It is raining when we depart at 0800. The ocean is not too bumpy but calms down appreciably during my 12 - 2pm watch, with the surface becoming undulating and even glassy. We alter course to avoid the cruise ship Coral Princess coming towards us. My evening watch 8 to 10 pm is finishing just as we reach Kayak Island. I stay in pilothouse until nearly 11 awaiting a sunset which holds great promise as we approach dramatic Cape St Elias at the end of the island - but, sadly, it fails to live up to expectations. It is on Kodiak Island where Vitus Bering first made landfall the coast of North America in 1741 and the same for Captain James Cook in 1778. 239 years later we are surprised to have 4G phone coverage at this spot which lasts all the way into Prince William Sound. Chris speaks on the radio with Tanglewood a Nordhavn 60 en route south from Prince William Sound to San Diego.
We reach Hinchinbrook Entrance at the end of my 0400 to 0600 watch. We are now in Prince William Sound and continue across it to Columbia Bay leading to Columbia Glacier. We are surrounded by ice floes and it is very cold with the wind blowing off the glacier. We could have gone much farther but stop miles short of the face itself. We reverse course and take a look at Heather Bay where we anchored in 2013. We decide to try somewhere new and move to Eickelberg Bay off Glacier Passage where we anchor at 1347 after 29 hrs 35 minutes underway during which we covered 291 nautical miles.
We awake to an absolutely still, sunny morning with the water reflecting the surrounding mountains. We set out looking for floating ice lit by the unexpected sunlight. Somehow we find ourselves lured back towards the glacier and virtually repeat the same route we took yesterday but today it looks so different in the rare sunshine. We keep going towards Columbia Glacier and stop when it is 2 miles away - although it appears much closer. We see more than 33 otters on one ice floe with a similar number on a second floe beyond the first. In the evening we anchor in St Mathews Bay, Port Gravina, at 1600 and enjoy a July 4 dinner with BBQ'd sausages, cole slaw, roast potatoes and broccoli followed by apple crumble a la mode. We have wee dram of Jura single malt Scotch to follow.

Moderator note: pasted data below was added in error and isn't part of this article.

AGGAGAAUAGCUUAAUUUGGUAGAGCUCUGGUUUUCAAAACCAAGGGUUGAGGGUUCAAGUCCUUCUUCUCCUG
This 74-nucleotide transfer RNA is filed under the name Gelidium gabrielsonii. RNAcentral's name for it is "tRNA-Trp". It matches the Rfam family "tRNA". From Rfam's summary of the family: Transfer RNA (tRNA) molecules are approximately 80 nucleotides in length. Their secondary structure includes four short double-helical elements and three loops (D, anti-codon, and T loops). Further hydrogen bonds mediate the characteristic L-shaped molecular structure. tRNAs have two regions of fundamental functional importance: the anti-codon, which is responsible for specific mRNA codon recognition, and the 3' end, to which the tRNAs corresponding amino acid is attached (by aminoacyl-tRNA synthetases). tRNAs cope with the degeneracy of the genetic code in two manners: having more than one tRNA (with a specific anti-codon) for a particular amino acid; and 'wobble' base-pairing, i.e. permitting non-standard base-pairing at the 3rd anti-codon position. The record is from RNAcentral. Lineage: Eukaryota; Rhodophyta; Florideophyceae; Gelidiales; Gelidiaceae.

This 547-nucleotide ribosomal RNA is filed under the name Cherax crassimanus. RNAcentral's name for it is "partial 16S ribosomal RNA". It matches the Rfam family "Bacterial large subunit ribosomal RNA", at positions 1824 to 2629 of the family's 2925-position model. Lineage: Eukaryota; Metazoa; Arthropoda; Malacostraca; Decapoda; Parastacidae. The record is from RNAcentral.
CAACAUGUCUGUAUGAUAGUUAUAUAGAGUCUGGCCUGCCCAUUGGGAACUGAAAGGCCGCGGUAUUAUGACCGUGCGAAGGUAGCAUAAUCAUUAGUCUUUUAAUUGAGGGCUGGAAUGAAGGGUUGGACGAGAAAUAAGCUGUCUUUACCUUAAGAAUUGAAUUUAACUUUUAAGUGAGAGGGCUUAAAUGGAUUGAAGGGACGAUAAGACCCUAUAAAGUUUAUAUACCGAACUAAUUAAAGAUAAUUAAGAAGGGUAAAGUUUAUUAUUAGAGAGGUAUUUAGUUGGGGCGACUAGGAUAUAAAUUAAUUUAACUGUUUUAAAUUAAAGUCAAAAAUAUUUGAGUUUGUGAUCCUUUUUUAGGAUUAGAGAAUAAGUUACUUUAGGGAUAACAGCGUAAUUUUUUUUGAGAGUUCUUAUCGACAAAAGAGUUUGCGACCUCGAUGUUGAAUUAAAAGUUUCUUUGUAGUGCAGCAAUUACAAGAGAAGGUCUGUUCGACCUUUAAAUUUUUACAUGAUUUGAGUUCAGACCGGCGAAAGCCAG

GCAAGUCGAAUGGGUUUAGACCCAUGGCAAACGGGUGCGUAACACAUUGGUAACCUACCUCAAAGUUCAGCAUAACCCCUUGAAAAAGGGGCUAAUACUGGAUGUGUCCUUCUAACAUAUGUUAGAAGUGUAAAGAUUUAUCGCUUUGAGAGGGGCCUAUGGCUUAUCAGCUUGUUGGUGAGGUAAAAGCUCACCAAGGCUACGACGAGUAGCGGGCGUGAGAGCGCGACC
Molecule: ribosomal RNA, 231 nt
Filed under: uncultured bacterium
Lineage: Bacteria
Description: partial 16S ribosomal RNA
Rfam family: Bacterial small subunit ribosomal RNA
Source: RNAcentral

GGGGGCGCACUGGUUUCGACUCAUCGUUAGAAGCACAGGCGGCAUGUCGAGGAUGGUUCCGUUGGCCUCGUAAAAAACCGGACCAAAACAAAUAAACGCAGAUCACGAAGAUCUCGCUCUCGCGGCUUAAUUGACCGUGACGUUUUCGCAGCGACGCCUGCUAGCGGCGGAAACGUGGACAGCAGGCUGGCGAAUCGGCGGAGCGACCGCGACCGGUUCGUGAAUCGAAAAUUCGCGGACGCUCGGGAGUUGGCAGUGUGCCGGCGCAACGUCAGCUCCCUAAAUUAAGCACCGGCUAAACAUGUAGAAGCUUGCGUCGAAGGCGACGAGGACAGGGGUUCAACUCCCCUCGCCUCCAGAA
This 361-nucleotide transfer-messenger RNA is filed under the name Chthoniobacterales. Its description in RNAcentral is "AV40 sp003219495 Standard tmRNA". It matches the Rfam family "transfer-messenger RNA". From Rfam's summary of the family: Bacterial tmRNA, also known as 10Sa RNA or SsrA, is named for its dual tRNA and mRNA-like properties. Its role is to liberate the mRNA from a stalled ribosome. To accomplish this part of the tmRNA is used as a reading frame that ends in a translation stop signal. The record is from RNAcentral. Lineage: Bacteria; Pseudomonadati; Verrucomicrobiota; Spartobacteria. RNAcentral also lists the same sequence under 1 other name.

En route to the town of Cordova, we deliberately pass over Bligh Reef which was the scene of the tragic Exxon Valdez oil spill in March 1989. Unlike the doomed tanker, we have 70 ft of clearance beneath our keel. This is our third visit to Cordova where the habour is crammed with fishing boats. We will be here for at least five days as one crew member is leaving and another two are joining us. Before leaving us, Stephanie gives us all haircuts on the dock.
My next blog will cover our time in Prince William Sound where we plan to be for at least three weeks before starting our return journey south.